A major assumption of ours as we built our models was that a linear relationship existed between the sale price of houses and the various features of the houses. In order to confirm that a linear model is appropriate to estimate sale price, there are several conditions our data must satisfy. In its raw form, our data did not satisfy all of the conditions. We used data visualizations to help identify which conditions were being violated and to verify that they had been corrected after our manipulations. One example is the assumption that sale prices are normally distributed. The graphic below demonstrates that sale prices are skewed, and so do not adhere to the assumption of normality. When we take natural logarithm of the sale prices, we find the distribution becomes closer to normal. It also resolved another issue known as heteroskedasticity. This transformation allows us to be more confident in our statistical analyses and the predictions of our model.
Closer to a normal distribution
Other issues were resolved with a combination of discarding redundant data points and combining others to create more informative features. One such example is the creation of the characteristic “Age at Sale” which wasn’t available in our original data frame but which we created from the information we did have. We suspected that the time since a house was last remodeled may have a greater impact on the sale price than the overall age of the house, and our analyses ultimately confirmed this suspicion.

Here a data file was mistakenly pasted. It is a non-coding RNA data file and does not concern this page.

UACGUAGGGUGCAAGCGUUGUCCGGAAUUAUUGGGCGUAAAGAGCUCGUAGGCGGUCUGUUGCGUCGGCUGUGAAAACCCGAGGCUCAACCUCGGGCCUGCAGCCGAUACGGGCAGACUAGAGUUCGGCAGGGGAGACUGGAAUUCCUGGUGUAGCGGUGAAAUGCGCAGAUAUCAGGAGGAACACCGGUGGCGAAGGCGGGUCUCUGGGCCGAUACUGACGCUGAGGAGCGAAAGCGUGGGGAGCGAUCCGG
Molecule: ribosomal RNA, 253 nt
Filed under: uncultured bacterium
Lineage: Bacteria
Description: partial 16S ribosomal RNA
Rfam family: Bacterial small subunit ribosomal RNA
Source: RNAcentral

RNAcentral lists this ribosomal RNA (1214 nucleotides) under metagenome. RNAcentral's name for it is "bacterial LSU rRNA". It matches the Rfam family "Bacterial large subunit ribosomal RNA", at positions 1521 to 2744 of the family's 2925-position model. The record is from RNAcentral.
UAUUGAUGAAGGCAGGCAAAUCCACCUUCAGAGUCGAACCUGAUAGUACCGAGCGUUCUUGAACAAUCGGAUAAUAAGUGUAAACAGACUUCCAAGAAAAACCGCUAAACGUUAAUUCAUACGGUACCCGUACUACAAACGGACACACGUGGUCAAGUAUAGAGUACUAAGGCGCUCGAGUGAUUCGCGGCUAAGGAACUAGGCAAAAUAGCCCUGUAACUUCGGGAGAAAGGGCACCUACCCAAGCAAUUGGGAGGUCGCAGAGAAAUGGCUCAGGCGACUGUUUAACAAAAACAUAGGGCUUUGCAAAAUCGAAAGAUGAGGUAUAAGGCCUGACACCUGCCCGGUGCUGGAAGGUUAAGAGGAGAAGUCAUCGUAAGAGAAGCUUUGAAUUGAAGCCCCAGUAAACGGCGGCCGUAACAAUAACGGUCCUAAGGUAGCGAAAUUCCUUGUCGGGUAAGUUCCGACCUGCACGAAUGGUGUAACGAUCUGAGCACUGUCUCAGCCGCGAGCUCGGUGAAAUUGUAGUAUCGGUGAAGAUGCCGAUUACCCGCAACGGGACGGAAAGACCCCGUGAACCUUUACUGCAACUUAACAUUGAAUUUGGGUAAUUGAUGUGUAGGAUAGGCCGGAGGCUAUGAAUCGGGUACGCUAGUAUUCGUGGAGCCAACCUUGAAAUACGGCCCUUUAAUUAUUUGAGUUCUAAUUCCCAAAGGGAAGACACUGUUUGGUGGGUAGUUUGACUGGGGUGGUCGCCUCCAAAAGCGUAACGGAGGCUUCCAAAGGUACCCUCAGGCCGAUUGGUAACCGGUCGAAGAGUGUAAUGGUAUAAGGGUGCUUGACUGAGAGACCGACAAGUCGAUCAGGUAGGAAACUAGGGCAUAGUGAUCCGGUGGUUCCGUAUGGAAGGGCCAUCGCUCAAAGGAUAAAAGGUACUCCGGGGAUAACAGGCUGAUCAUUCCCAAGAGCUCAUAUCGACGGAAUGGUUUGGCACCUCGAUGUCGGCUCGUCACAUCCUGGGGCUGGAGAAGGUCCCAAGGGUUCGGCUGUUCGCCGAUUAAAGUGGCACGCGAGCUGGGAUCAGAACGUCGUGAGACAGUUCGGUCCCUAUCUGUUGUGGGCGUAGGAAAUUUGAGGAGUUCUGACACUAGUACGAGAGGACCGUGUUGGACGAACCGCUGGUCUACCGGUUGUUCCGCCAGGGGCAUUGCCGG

Below, we can see that the longer since a house has been remodeled, the less money it sells for.
After proceeding with feature engineering, we separated our data into a training and testing dataset and fitted our first multi linear regression model using 18 features. As MLR models tend often to be over fitted, we decided next on using a regularized model such lasso to reduce the variance in our model. One other advantage of the lasso model is its features selection properties.